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Contemporary Art Sale at Sotheby's
Mark Rothko, No. 6 (Yellow, White, Blue over Yellow on Gray), 1954.

NEW YORK.- This November, Sotheby's is pleased to offer an outstanding assemblage of Contemporary Art, ranging from Post-War masters to Pop icons to some of the most dynamic artists creating works today. The top lot of the sale is Mark Rothko's seminal work, No. 6 (Yellow, White, Blue over Yellow on Gray) from 1954 which is estimated to sell for $9/12 million. Also included are iconic works by Willem de Kooning, Jasper Johns, Andy Warhol, Louise Bourgeois, Gerhard Richter, Jean-Michel Basquiat and Jeff Koons. The evening sale is estimated to bring a total of $79,755,000 - 106,605,000. Prior to the sale, the works will be on public exhibition at Sotheby's in New York from November 6-9.

"This sale reveals sublime quality and rarity to a level that I have not seen in years," commented Tobias Meyer, Worldwide Head of Contemporary Art at Sotheby's. "It is a collection of masterpieces representing an outstanding survey of Post War art."

Many consider the works from 1954 to represent the zenith of Mark Rothko's creative powers, and the present oil on canvas displays the artist's elimination of all elements of figuration, providing the viewer with a nonobjective composition of amorphous forms for which the artist is so well known. No. 6 (Yellow, White, Blue over Yellow on Gray) was one of eight works by Rothko chosen for his first museum exhibition at the Art Institute of Chicago in 1954, and is one of two that remain in private, anonymous collections. This large-scale (94 ½ x 59 ¾ in.) painting displays Rothko's absolute authority over color surface, texture and composition. Here, three soft-edged, luminescent rectangles of lemony yellow, milky white and ultramarine blue are stacked weightlessly on top of each other, floating horizontally against a gray ground, resulting in a mesmerizing effect.

Throughout his oeuvre, the female figure was the touchstone in Willem de Kooning's integration of figurative elements within the Modernist plane, creating a mature style in which he thoroughly embraced both figuration and abstraction in a manner unique among his contemporaries. Clamdiggers, a masterful work by the artist in 1963 (est. $3.5/4.5 million), was created shortly after his departure from the artistic community of New York City to the Springs on Long Island. There is a great sense of fluidity in this oil and graphite on paper, making the figures 'float' on the paper. Like Two Women in the Country, a much earlier work from 1954 that is in the Hirshhorn Museum and Sculpture Garden in Washington, D.C., Clam Diggers is a classic testament to de Kooning's genius for figure/ground compositions, his abiding love for the commonalities of paint and flesh, and his ability to revisit motifs throughout his oeuvre with a freshness and willingness to reinvent himself.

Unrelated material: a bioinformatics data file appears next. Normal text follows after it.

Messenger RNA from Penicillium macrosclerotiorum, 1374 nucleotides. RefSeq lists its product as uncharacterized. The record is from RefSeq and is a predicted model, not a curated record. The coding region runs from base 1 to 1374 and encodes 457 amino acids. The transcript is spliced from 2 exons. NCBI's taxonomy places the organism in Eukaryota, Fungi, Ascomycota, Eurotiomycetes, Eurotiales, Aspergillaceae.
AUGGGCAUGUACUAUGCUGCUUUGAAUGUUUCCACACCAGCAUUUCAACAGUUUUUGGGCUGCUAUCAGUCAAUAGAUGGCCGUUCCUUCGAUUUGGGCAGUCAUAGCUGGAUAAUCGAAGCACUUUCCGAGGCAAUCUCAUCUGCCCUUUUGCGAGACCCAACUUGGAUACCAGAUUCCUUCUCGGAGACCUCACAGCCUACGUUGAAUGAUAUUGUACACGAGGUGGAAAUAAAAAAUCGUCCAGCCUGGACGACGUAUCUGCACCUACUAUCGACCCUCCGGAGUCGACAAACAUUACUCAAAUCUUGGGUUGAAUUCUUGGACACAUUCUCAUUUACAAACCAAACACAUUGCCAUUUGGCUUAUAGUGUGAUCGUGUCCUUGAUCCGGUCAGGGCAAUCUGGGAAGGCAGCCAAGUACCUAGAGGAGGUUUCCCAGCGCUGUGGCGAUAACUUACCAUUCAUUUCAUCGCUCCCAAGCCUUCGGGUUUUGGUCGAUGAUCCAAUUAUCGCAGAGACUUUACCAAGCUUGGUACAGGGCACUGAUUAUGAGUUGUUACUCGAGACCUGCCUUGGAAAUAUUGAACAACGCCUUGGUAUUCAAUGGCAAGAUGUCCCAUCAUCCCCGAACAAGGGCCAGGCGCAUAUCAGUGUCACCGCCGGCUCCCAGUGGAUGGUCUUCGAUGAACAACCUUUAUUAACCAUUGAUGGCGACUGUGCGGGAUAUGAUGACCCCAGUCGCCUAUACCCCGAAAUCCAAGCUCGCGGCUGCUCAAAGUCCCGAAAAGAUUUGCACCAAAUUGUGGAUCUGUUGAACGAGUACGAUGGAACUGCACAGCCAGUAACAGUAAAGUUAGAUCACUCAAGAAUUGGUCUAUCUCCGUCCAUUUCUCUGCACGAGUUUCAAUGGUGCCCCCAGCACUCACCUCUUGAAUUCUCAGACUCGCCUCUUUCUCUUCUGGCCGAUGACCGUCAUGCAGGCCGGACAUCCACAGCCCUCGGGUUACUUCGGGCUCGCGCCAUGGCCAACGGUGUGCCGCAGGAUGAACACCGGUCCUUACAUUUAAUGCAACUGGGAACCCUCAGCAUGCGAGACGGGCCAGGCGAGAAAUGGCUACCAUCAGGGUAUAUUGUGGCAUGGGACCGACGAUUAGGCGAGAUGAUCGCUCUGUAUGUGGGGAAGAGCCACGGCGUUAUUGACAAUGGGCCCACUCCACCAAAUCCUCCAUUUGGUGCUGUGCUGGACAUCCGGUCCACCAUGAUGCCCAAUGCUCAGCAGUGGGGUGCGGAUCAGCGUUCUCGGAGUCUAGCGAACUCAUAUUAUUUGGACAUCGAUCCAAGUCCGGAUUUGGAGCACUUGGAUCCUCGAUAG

Chief among the works by Jasper Johns is a breathtaking work on paper entitled 0 Through 9 which is estimated to sell for $7-9 million and will grace the cover of the catalogue for this sale. After leaving New York in 1961, Johns headed for Edisto Beach, South Carolina. At this time he created a series of nine paintings and one drawing entitled 0 Through 9 for his exhibition at the Gallery Rive Droite, Paris in 1961. This series demonstrated that Johns was as devoted to drawing as he was to painting, and indeed 0 Through 9 is a work of impeccable finish. His attention to detail is clearly visible and, at the time, this was Johns' largest drawing (54 1/8 x 41 5/8 ins.) - on a par with the paintings in the same series. What is perhaps most interesting is the wide variety of techniques employed by Johns to create a work of such depth and dimension. The only real comparison would be to a work by Picasso or Braque, or even the Grisaille works of the 15th century. 0 Through 9 was formerly in the collection of Mrs. Ethel Scull and was sold at Sotheby's in November of 1986 for $880,000, a record for a Contemporary drawing at the time.